Book Trailer Premiere and 4 Questions & 3 Sentence Starters with Tina & Carson Kügler

I'm excited for you to watch the book trailer for Tina & Carson Kügler's In Mary's Garden. We're all going to be talking about this special picture book in March. Go ahead and press play! 

Hi, Tina and Carson! It was an excellent day when I found a copy of In Mary’s Garden in my mailbox. I’m looking forward to buying and sharing finished copies on March 17, 2015.

Tina and Carson: Thank you so much! We are so happy that you enjoyed our book.

When did you first learn about Wisconsin artist Mary Nohl? What motivated you to write a picture-book biography about her life?

Tina and Carson: Both of us grew up in Milwaukee, and have memories of peeking through her fence as children. It was this amazing wonderland of gentle creatures peering out from behind trees, fantastical and a little spooky, but real. There was nothing like it. Locally, it was (and still is) known as "the Witch's house," it was years before we knew the artist's actual name.

After college, we moved to Los Angeles, worked in animation, and then moved back to Wisconsin in 2002 when our first son was born. We loved picture books, and one day we drove out to see Mary's yard and thought, my goodness-- THIS should be a book! Who was she? How did she do this? Why did she do this? But we couldn't find a hook for the story. We did tons of research, but our manuscript was boring, all facts, no real story. (In fact, most of our original manuscript ended up as the author's note!)  We worked on the book off and on for years, then moved back to Los Angeles in 2011. Tina attended an SCBWI conference, and while listening to a talk about nonfiction picture books, she had a revelation: What if we made the story from the point of view of Mary's dogs? And it took off from there, we rewrote the entire manuscript and our agent, Teresa Kietlinski, loved it. She sold it to Kate O'Sullivan at Houghton Mifflin. We were so delighted to work with Kate, and our designer Susanna Vagt, they really understood Mary's story and our vision for the book.

Illustration Credit: Tina and Carson

Tina, you once shared on Twitter that you owned a children’s bookshop and have a background in animation. Carson, I read that you are a storyboard artist. How did these experiences help (or not help) you when you started collaborating on In Mary’s Garden?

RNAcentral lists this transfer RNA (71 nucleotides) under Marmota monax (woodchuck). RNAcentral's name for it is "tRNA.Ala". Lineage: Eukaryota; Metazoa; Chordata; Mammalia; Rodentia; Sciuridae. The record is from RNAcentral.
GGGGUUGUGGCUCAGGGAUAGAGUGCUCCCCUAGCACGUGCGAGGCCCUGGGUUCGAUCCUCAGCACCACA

Tina and Carson: Our shared experience in storyboarding animation was the main thing that really helped us. Storyboards are typically done as a team, so the collaboration in drawing and revising our rough sketches felt totally natural. We also speak the same language, in storyboarding, so using filmmaking and animation terms (such as pan, cut, montage, multi-plane, overlay) helped us communicate our visual ideas to each other. The major snag we hit was how to combine our personal styles to create a cohesive look, since I work completely digitally and Carson paints with watercolors. Through experimentation we created sort of a digital collage technique that worked out very well, and in the process we used vintage papers, in a nod to Mary's art using found objects. If you look closely, you can see old dictionary pages and bits of postcards and envelopes and other things layered in the illustrations. We even scanned in coffee-stained watercolor paper for the beach sand.

After moving back to Wisconsin in 2002, we opened our children's bookshop (Tweedle Bros.), because we both really loved picture books and great illustration, that was our main focus. We closed the shop in 2007 after the birth of our third son (and two completely amazing Harry Potter release parties), and from there I ended up working in the youth department of the public library. It was there that I realized I truly loved giving good books away rather than selling them!

Photograph Credit: Tina and Carson
What resources do you recommend for readers who want to learn more about Mary Nohl?